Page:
By Mia McKenzie
Maybe it’s because we’re coming out of a year of isolation, or maybe it’s because I’ve spent far too much time extremely plugged into social media, or maybe it’s simply because I’m a Gemini, but sometimes, I wake up and crave chaos. I (truly, emphatically, unconditionally) don’t want to be a part of the drama, but I do want to read about something so outrageous, so unexpected, so out of pocket, that I feel as if I am buzzing and I can’t help texting my friends to gossip about it.
How lucky I am, then, to have read Mia McKenzie’s hilarious, electric novel, “Skye Falling.”
The novel, McKenzie’s second after “The Summer We Got Free,” opens in a haze. Skye, a 38-year-old Black woman who owns a successful travel company, wakes up hung over in a bed-and-breakfast in West Philadelphia, her hometown. Next to her is a naked man she doesn’t remember. Someone is knocking on the door.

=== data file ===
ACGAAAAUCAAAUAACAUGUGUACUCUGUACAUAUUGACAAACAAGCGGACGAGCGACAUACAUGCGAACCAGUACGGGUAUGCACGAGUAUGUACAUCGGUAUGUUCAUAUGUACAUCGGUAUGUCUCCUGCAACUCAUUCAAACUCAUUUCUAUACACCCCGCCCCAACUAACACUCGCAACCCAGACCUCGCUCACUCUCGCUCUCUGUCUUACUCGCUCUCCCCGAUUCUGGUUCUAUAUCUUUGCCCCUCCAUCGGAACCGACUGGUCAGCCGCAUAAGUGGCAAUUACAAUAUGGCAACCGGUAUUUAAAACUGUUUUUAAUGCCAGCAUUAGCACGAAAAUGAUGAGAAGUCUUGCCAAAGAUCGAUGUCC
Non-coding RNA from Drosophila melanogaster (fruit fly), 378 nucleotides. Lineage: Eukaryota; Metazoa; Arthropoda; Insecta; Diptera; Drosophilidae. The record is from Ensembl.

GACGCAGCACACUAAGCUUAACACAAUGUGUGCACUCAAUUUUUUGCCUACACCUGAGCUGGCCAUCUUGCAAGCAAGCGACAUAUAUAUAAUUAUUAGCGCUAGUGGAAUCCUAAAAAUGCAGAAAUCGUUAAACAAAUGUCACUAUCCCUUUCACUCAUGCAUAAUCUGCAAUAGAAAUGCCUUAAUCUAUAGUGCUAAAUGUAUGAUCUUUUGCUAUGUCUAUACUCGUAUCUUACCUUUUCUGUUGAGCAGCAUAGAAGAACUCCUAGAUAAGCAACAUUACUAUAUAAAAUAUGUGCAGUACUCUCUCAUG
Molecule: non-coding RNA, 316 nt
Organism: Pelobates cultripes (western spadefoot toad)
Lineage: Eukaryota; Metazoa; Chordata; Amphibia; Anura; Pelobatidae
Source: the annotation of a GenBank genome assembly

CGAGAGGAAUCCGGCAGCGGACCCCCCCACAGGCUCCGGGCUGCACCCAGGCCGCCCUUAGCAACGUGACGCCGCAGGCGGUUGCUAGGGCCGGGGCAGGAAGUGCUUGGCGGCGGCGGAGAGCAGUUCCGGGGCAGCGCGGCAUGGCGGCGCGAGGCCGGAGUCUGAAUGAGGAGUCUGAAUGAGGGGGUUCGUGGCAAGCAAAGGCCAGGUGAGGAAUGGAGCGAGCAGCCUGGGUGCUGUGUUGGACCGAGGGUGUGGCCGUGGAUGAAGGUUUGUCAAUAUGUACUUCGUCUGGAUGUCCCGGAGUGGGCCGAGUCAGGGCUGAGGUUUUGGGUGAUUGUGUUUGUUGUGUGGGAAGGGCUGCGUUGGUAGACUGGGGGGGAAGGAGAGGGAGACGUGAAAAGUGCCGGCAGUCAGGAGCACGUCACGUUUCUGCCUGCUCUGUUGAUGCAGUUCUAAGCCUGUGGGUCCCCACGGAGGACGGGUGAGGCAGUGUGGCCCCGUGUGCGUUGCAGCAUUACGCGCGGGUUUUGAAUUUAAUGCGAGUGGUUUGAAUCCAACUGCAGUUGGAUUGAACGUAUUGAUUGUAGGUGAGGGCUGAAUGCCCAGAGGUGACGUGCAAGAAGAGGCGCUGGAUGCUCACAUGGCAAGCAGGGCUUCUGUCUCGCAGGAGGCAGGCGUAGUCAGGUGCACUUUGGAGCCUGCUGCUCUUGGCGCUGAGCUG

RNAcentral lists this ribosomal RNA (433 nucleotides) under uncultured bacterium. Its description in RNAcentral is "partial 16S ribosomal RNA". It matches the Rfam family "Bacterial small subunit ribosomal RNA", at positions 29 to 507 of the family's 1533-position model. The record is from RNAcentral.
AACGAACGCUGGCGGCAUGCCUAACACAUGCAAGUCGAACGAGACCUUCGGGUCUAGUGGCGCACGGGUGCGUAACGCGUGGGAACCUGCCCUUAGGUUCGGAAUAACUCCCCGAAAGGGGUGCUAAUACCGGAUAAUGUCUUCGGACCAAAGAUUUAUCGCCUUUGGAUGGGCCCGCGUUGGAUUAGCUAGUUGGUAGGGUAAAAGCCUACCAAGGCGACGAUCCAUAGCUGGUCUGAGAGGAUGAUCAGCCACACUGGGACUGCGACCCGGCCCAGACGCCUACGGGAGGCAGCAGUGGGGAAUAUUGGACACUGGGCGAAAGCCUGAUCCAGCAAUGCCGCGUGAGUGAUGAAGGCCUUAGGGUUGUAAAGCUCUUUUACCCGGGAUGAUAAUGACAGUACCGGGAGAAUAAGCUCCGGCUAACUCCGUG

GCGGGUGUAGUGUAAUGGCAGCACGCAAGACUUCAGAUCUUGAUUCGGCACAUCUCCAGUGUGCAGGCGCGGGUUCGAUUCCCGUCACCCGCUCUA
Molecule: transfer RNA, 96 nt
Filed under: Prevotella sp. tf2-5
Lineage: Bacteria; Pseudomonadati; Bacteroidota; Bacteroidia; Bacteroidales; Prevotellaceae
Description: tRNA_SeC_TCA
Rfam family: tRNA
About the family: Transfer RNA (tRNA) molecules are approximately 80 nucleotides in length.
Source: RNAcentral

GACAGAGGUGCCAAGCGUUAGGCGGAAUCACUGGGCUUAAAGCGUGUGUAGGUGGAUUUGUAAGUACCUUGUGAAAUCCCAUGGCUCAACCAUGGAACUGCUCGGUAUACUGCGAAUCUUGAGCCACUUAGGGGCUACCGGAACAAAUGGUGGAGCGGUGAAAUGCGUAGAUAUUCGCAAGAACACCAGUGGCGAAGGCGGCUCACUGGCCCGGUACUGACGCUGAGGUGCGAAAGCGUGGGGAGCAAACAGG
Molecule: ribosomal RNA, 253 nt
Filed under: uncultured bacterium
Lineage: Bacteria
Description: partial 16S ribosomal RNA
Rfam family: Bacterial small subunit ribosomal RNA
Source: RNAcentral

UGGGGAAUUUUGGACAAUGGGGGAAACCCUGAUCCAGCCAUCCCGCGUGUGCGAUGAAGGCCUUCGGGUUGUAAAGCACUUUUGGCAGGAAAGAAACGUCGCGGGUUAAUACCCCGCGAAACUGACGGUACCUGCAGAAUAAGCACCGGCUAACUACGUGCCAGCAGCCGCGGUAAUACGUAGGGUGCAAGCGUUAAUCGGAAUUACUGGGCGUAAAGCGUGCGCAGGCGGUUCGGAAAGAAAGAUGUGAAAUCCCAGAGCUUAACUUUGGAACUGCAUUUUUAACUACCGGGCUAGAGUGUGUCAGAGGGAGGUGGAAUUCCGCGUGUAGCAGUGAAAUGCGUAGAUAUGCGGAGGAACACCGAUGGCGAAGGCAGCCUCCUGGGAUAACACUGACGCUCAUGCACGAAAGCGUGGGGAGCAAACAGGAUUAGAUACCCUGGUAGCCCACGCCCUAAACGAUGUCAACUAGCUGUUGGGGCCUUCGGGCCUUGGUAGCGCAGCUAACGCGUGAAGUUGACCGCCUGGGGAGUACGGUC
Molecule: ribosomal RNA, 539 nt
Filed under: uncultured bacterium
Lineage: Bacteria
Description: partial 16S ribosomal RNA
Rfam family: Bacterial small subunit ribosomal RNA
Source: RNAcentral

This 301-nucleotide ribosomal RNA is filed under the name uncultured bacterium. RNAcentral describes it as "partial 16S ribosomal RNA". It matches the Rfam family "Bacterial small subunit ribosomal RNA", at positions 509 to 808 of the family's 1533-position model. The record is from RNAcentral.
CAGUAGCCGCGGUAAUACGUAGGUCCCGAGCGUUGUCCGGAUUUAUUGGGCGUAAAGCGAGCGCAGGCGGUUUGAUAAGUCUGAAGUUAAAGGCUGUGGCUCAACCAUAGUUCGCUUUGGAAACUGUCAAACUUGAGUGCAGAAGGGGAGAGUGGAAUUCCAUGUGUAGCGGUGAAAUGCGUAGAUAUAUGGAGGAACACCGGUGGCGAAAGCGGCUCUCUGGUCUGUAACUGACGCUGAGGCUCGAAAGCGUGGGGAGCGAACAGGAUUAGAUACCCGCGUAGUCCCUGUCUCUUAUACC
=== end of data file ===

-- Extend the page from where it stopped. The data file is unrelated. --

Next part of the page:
The plot cascades from there: The person knocking is Skye’s friend Viva, who owns the bed-and-breakfast, coming to tell her that they have to go to an art sale. It turns out to be a sale for Skye’s former friend, now nemesis Tasha. Skye’s brother also shows up looking to talk to Skye about their sick mother, an unwelcome appearance because Skye is estranged from her family after a traumatic childhood. Before she can escape, she is stopped by a 12-year-old girl, who tells her: “I’m Vicky. I used to be your egg” — which is to say, the child born after Skye was an egg donor for a distant friend, who has died. Around the same time as the art sale, Skye tries to pick up a woman at a record store and fails spectacularly. It would be a one-off humiliation, but, plot twist, the woman who she tried to flirt with, Skye later finds out, is Vicky’s caretaker.